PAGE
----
Our Father

Our experience of the Holy Father is often shaped by our experience with our earthly father.  — The Reverend Geneva Metzger

The man in the pulpit of my Grandma Hayes’ country church spoke so fast I could barely make out what he was saying. He gasped between bursts of words, taking in great, audible whooshes of breath, like an auctioneer, and then switching back to words after his inhale was complete. I strained to hear and understand, despite his unfamiliar rapid-fire, cadence. I was eight, maybe? Ten at the most. The pitch of his voice rose and fell, and he sometimes stretched “God” or “sinner” into extra syllables, twisting the pitch up a notch or two as he went. I could make out “hell” and “fires of hell” and “burning” in the mix. I sat gobstruck, trying to discern why this man would speak this way.

At my brown brick church in downtown Sparta, North Carolina, the one with soaring stained glass windows that made my mom’s diamond ring sparkle when the sun streamed in, we talked about sin and God — but fires didn’t come up. The minister there was my friend. He never yelled.

My UNCG Baptist Student Union Campus Minister, Geneva Metzger, never yelled either. She suggested that our experience of the Holy Father is often shaped by our experience with our earthly father.

My dad was a state trooper. He commanded respect. My sister and I used to say we’d rather get a spanking than one of Daddy’s “talking to’s” when he’d calmly point out our wrongs and make us understand why our choices were unwise, inconsiderate, and ill-conceived. Moreover, Dad talked to me, read to me, listened to my stories, asked about school and my friends. Even today, in his 80s, he loves little children. My dad hears what children around him say, and he doesn’t refute or change it. It earns him their love and respect. The same was true for me.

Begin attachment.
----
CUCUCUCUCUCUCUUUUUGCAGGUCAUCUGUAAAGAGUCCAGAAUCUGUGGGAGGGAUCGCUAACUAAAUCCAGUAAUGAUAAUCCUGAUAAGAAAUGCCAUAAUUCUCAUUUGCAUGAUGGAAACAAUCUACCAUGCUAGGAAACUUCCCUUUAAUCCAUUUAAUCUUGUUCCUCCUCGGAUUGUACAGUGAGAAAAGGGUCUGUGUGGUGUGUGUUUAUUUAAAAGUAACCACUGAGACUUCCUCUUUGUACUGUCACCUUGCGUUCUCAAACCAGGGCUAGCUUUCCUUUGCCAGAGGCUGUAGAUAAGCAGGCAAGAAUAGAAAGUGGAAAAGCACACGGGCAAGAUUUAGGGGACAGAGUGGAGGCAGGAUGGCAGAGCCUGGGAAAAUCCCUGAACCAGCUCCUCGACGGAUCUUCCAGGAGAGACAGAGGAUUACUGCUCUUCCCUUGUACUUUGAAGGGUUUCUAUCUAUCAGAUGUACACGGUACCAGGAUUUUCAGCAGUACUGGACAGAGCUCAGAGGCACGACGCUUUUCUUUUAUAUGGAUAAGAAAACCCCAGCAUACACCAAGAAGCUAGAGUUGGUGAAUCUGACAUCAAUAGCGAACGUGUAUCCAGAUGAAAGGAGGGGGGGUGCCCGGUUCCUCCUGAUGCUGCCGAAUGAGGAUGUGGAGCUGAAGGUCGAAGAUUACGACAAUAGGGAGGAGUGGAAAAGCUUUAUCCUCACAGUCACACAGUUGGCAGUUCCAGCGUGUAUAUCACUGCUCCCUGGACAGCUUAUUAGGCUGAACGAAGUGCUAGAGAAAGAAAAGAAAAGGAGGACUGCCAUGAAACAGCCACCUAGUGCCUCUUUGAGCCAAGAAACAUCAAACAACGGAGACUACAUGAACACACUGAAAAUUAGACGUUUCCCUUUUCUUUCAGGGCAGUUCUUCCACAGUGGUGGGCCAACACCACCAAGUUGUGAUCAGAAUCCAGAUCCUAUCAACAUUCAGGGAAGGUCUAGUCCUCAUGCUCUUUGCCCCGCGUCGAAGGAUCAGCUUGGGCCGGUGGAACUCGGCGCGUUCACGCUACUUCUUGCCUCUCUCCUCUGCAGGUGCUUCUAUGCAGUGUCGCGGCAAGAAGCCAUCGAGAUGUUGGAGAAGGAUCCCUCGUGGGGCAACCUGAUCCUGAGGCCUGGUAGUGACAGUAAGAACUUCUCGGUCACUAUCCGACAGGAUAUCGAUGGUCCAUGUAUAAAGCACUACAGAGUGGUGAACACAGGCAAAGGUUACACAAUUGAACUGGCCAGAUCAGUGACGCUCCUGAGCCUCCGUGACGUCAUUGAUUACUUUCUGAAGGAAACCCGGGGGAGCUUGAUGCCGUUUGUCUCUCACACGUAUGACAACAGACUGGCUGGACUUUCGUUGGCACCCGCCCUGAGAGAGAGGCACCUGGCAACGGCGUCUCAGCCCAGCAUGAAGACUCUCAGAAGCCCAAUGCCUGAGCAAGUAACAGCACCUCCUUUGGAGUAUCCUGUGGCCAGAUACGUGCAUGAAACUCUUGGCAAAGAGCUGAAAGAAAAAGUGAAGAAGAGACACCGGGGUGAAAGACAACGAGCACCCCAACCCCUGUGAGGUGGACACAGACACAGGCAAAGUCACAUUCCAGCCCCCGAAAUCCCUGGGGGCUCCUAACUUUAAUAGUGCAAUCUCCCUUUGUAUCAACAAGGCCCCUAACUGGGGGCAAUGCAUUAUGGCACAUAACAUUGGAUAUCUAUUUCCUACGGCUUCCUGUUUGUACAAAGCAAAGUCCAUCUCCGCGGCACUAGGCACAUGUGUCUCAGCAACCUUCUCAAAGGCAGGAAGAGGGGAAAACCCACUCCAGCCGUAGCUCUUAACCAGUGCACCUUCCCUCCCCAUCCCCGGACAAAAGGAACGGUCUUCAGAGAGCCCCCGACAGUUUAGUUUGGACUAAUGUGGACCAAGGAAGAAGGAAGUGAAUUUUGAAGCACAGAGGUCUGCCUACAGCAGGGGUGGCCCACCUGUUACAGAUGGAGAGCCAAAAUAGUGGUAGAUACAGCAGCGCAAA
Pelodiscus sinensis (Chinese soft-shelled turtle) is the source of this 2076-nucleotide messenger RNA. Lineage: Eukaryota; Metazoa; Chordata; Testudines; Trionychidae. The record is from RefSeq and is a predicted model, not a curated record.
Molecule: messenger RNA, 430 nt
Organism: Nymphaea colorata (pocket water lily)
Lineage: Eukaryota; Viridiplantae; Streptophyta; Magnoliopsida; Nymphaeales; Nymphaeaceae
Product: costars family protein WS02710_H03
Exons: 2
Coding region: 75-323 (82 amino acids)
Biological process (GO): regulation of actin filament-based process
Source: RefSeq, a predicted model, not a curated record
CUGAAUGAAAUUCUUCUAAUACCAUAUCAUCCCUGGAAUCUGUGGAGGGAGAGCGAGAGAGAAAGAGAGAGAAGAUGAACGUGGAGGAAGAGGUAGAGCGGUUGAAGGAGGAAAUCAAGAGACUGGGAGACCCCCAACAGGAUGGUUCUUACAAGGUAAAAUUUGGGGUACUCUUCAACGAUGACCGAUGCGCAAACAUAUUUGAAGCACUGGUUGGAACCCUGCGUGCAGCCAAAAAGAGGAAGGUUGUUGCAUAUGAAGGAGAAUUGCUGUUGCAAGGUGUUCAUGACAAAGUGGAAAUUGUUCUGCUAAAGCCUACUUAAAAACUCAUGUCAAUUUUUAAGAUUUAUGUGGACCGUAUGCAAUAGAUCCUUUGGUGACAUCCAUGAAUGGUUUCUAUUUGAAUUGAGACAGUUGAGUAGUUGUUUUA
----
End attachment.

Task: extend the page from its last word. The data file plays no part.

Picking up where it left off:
In the Catechesis of the Good Shepherd, the children’s formation approach used here at St. Peter’s, “catechists” nurture the child’s work of “falling in love with God.”

These words bordered on crazy talk the first time I heard them. Does one really do such a thing? The Apostle Paul’s exhortations to action were drilled into my family and faith. Falling in love represented an unspeakable grace to the lowly sinner–a reciprocation I didn’t understand when it came to The Holy.

I tuned in to the Montessori approach of the training, and simple hand-eye coordination works, such as spooning beans or pouring water. I rolled my eyes when I learned we taught a three-year-old how to spoon beans. Then I discovered these critical “works” gave the child a way to build muscle skills needed for future lessons such as pouring drops of water into a chalice of wine as a means to ponder Christ’s divinity and humanity. I began a 20-year love affair as a catechist in the Catechesis of The Good Shepherd. Men and women from around the globe sign up for formation every year, answering the call of inviting the child to “fall in love with God.”

An unknown benefit is that we catechists, too, again embark on that journey of falling in love with God, our Father. What a journey it is, encountering yet again, Yahweh, Abba, our listening, loving, demanding, firm, pearl-of-great-price Father/Mother God, in the humblest of places with our youngest learners sitting on the floor right beside us.

Susan Dosier, Catechist